Alpha is the top of the line, the big luxury passenger cruisers and high-end bulk transports. Those are the ones you see in the ads. Top of line everything. Crew standards are insanely high. These ships go only to systems that meet the 3S standard: settled, stable, and safe. Ever see that old series Action Aboard!? Shot on the ISCV King Richard, one of our Alpha liners. Yeah, that was a real ship.

Then you have your Beta ships. Almost as good as the Alphas, but smaller and working the areas that are still mostly safe with less-critical cargoes and passengers not needing the red carpet treatment. Crewmen on a Beta are busting their asses to get good enough evaluations to move up to Alphas. Still a good slot.

Up next are the Gammas. Gammas do the less profitable regular runs to colony worlds that are close to the fringe. Gammas also do hazardous jobs like refinery tows and the like. Work hard in the Gammas and you can go places! I myself spent almost 12 years pushing a Gamma along the edges of Stork space. Yeah, that’s where I got the artificial arms and eye.

Now you’ve been slumping down in the chair as I’ve told you this and you’re thinking “what the hell does being a Delta mean?” I’ll be honest. It’s not a glory and big tips like an Alpha, but that five year hitch will fly by because as a Bulldog, you’ll be right on the edges of known space, going to places most people have never heard of! Yes, it’s dangerous, but with great risk comes great rewards! Company bonuses aside, the, um, high rate of turnover in most crews means you could quickly find yourself captain of your own ship! Stop laughing. What was that?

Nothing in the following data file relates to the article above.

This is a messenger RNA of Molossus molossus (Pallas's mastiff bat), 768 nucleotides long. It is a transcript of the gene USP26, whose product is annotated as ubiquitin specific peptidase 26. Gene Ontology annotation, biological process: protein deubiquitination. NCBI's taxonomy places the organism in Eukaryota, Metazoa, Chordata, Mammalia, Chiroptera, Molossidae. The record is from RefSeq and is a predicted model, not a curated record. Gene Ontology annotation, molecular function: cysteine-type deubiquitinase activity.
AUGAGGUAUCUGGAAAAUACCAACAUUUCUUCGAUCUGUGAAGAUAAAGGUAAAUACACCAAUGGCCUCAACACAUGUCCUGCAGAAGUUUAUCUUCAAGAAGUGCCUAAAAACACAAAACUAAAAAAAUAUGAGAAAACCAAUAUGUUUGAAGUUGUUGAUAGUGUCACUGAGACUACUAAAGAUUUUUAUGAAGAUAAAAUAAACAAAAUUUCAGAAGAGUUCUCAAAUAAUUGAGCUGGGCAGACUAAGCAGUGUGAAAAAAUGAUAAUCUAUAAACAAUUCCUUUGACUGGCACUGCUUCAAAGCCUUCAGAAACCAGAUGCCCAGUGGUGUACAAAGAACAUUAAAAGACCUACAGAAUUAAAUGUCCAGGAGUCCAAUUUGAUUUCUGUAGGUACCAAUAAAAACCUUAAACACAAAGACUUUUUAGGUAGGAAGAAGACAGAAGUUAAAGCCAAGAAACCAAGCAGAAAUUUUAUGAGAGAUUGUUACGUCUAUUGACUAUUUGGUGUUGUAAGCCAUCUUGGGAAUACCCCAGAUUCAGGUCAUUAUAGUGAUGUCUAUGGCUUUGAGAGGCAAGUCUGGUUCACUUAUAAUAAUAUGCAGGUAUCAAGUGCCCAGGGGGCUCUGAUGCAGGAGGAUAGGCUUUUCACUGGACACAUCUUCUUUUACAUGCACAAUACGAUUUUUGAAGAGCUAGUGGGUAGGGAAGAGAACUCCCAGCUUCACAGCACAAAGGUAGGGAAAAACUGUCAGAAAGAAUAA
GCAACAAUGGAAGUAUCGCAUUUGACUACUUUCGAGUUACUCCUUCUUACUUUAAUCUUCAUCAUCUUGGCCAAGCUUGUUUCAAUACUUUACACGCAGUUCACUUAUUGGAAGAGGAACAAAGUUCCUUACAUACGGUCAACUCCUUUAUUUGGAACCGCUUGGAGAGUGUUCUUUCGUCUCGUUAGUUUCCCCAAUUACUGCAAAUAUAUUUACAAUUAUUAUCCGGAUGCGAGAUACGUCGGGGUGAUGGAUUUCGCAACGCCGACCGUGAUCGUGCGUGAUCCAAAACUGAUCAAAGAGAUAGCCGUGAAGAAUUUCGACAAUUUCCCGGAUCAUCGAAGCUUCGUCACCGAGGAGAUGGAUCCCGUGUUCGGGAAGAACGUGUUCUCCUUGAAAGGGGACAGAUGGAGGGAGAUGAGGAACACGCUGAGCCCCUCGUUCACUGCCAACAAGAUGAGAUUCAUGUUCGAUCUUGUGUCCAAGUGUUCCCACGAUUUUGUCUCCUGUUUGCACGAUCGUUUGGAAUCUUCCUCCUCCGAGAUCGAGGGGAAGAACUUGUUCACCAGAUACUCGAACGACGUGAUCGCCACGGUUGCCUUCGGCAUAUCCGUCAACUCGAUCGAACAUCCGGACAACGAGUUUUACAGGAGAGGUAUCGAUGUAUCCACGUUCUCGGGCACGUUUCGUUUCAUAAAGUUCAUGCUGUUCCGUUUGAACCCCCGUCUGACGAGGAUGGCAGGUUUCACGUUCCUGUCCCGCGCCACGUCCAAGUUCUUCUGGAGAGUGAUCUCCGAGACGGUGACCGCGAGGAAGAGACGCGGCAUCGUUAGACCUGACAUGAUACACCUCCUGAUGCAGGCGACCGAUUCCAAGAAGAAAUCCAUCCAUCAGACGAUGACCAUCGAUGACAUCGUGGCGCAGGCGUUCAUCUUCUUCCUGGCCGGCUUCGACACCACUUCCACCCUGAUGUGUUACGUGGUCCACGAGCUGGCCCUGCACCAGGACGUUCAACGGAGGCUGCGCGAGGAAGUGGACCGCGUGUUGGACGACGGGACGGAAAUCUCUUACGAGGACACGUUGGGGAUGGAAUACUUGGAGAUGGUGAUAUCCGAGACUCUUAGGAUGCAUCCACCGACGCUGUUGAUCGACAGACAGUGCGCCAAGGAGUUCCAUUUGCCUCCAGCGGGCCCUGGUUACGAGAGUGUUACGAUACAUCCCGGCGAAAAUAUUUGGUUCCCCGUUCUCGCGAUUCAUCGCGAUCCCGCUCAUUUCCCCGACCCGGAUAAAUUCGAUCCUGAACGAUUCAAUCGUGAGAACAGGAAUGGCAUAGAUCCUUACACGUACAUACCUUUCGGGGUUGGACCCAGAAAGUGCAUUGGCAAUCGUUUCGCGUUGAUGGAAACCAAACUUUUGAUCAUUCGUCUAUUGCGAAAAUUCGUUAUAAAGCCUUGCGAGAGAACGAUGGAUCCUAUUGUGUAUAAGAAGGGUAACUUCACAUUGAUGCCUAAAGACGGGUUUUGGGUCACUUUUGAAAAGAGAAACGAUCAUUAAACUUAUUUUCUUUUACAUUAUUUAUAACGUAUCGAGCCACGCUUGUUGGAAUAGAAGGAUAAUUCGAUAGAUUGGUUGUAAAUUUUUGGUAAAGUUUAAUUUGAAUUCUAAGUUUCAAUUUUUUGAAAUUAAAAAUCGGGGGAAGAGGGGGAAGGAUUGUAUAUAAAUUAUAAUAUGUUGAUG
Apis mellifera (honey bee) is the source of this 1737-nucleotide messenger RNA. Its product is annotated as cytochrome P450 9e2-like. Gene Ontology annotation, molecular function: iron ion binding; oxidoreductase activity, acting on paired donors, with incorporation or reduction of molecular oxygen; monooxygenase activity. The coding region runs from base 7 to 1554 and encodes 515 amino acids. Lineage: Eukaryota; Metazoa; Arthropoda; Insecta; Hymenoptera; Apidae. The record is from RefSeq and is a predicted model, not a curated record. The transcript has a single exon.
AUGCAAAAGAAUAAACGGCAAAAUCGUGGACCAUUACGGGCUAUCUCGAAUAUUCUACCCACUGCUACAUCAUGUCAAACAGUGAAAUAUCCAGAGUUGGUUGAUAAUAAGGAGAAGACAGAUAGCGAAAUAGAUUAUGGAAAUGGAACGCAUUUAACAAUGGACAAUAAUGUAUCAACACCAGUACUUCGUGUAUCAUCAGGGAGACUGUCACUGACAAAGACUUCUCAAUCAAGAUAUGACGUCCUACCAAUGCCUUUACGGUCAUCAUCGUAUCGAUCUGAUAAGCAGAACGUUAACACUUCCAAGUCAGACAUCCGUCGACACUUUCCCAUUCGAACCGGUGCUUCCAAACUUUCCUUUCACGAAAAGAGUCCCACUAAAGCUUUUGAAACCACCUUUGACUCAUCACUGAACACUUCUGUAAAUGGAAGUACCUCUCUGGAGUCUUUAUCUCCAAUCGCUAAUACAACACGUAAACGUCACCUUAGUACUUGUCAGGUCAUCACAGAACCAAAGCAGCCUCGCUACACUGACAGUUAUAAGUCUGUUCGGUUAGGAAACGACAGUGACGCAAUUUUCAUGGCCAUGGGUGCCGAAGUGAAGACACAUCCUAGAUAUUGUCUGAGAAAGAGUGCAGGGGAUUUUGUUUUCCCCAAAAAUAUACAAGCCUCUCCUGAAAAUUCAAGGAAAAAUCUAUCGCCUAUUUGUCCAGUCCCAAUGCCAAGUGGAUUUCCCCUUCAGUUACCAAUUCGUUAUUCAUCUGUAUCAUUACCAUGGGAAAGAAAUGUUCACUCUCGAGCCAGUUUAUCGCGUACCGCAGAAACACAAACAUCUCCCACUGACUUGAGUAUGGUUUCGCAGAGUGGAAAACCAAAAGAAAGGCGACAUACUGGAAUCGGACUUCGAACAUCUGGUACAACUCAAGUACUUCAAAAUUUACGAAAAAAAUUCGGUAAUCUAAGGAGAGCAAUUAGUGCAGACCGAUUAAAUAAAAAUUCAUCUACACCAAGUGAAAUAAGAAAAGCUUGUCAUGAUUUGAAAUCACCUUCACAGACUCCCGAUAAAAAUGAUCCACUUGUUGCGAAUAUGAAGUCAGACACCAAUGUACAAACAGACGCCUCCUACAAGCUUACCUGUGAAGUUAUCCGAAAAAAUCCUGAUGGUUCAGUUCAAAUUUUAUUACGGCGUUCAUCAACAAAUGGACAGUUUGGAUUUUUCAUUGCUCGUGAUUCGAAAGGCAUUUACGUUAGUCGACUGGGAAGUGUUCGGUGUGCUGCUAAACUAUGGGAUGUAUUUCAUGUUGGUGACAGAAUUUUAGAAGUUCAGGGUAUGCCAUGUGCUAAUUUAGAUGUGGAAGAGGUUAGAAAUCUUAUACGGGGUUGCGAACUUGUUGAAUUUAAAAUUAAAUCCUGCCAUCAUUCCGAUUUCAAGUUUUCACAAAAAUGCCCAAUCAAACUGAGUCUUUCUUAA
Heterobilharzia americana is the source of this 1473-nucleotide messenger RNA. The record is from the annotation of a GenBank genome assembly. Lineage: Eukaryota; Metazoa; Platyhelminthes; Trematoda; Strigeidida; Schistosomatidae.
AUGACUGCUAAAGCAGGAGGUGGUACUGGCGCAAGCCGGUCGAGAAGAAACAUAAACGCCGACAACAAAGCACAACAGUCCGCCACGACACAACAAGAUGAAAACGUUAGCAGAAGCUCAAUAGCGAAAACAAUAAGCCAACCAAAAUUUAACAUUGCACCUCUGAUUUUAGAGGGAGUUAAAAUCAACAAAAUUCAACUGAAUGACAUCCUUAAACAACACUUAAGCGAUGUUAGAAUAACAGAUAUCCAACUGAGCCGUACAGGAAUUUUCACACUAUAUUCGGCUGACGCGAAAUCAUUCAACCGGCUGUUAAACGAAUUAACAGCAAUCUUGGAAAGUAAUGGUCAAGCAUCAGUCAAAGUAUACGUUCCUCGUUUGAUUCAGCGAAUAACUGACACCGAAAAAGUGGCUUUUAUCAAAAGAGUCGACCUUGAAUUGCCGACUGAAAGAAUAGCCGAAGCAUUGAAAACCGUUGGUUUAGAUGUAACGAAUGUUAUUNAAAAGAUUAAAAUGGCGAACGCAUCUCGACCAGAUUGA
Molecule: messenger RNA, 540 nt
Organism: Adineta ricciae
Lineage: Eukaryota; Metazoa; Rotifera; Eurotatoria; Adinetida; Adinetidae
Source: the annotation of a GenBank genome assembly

Fine. Deltas tend to die a lot. Happier now? But I’m not lying about the opportunities! Now, let’s see who needs a warm body. . . Ah! The Driver Carries No Cash just docked and needs, well, a new crew. Mostly.

Mr. Smith! Pleasing stop shouting, you’ll disturb my coworkers! You signed a contract, sir, and TransGalaxy will enforce all the terms of it to the letter! I can assure you that the ship’s artificial intelligence was purged after the incident you are referring to, and we’ve had no trouble since then. What happened this time? Let me see here. Huh, that’s a new one. Cargo escaped and ate most of the crew. Odd, since it was hauling mineral samples. But you see why this is the job for you, right? Had you been there, your combat skills would have come in handy, yes? We call these ships and their crews Bulldogs because they might be ugly, but they never give up! Docking Bay C-54, Bulldog Smith, your captain is waiting for you. Good luck! Our security team will help you find your way and see you safely aboard.

Oh, on your way out, could you send the next prospect in? It’s a busy day.

Bulldogs is a space opera game of blasters and swashbuckling, as the crew of a tramp freighter tries to make a credit her and there working on the bottom of the food chain. TransGalaxy isn't picky about the crews they hire for their Deltas, so long as you have pulse (or function power plant, or ichor ducts, or whatever) and are not actively being chased by the cops when you sign up, TG will take you. Because odds are you'll be dead before they pay out the end of contract bonus.

Obviously, this will be a game with a humorous bent. Think Quark, Red Dwarf, Buck Godot. We will be using the FATE system which you can find here for free and playing on Roll20. You'll need to be able to log in with a sound device, and a camera would be nice. I may ask for donations to my account to help me buy the cool things to make the Roll20 experience better.

I plan on having session twice a month, 4-6 hours. Days and times are open for negotiation. We will need to meet for a character creation session as it's a cooperative thing in FATE. Looking for 4-5 players, and I'm pretty sure one slot is already filled (Hi Logic!) Hopefully we'll get this rolling in early November.

Questions? Answers? I'd like to keep them in one place, so no matter where you read this if you could leave a comment on my Dreamwidth that's be great. I do allow anonymous commenting, just sign your posts.